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Speech by SFST at 18th Hong Kong Venture Capital and Private Equity Association China Private Equity Summit (English only)
     Following is the speech by the Secretary for Financial Services and the Treasury, Mr James Lau, at the 18th Hong Kong Venture Capital and Private Equity Association (HKVCA) China Private Equity Summit today (May 30):

Conrad (Co-chairman of HKVCA PRC Committee, Mr Conrad Tsang), Rebecca (Co-chairman of HKVCA PRC Committee, Ms Rebecca Xu) distinguished guests, ladies and gentlemen:
     Good morning. I am delighted to join you at today's HKVCA Summit. From your agenda, I see a lot of experts will be speaking about China investment opportunities in a good range of areas. There is also a session this morning on the US-China trade relations. Actually, a while back when I accepted the invitation to address you here, I thought there was a good probability that a deal would have been struck and the air would have cleared by the end of this month. But, alas, this has not been so. And the prospect seems to bob up and down, and the stakes are getting higher and higher.
     By now, it seems pretty obvious that the US-China trade tension is going to be around for quite a while, and this will be a factor foremost on the minds of investors. So I would start this morning by sharing a few thoughts on the subject. I would then explain why, notwithstanding such tension, I still see many promising opportunities in China.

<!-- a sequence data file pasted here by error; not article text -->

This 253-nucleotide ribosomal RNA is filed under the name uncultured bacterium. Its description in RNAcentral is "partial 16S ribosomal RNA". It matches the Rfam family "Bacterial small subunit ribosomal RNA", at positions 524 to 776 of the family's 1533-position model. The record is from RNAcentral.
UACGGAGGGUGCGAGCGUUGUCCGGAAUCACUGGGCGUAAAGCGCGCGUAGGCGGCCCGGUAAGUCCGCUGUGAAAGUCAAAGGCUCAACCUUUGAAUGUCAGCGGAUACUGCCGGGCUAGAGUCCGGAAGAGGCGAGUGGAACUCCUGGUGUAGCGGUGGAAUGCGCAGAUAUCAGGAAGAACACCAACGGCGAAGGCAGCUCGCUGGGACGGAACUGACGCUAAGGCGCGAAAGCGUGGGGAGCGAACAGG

To begin with, it has been suggested that China, after joining the World Trade Organization (WTO) in 2001, has since had a free ride to become a major trading economy, and the second largest economy in the world.
     Back in 1986 to 1990, I was based in Geneva doing the Uruguay Round of Multilateral Trade Negotiations. This was the eighth round of trade negotiations under the General Agreement on Tariffs and Trade (GATT), which got transformed into the World Trade Organization on January 1, 1995. Hong Kong, along with many GATT and WTO members, has been a staunch supporter of the multilateral trade framework – we decry protectionism and advocate free trade. GATT and WTO indeed have really fostered the development of international trade and helped many developing economies to move up the development ladder. These efforts were reinforced by the International Monetary Fund (IMF) and the World Bank, plus a host of other multilateral development banks established subsequently, the latest being the Asian Infrastructure Investment Bank spearheaded by China. All these institutions have helped to promote more broad-based development and growth, especially beneficial for the developing economies, and this has also given impetus to free trade and globalisation.
     However, with the rise of populist and nationalist sentiments in recent years, the global economic system begins to see the resurgence of protectionist measures, moving away from multilateralism. The current US-China trade is a case in point. The US has in fact also announced measures targeting other trading partners but it seems that some of the measures have been put on hold while the US is focusing on the negotiations with China.
     China has come a long way since its economic reforms begun 40 years ago. It is true China's economic growth has been consolidating and gone are the days of double digit GDP growth. Yet, if you take a look at China's economy today, it has held stable so far, thanks to its resilient fundamentals. Last year's growth was still at a respectable pace of 6.6 per cent. This is faster than most other major economies and China continues to contribute around one third of annual global growth.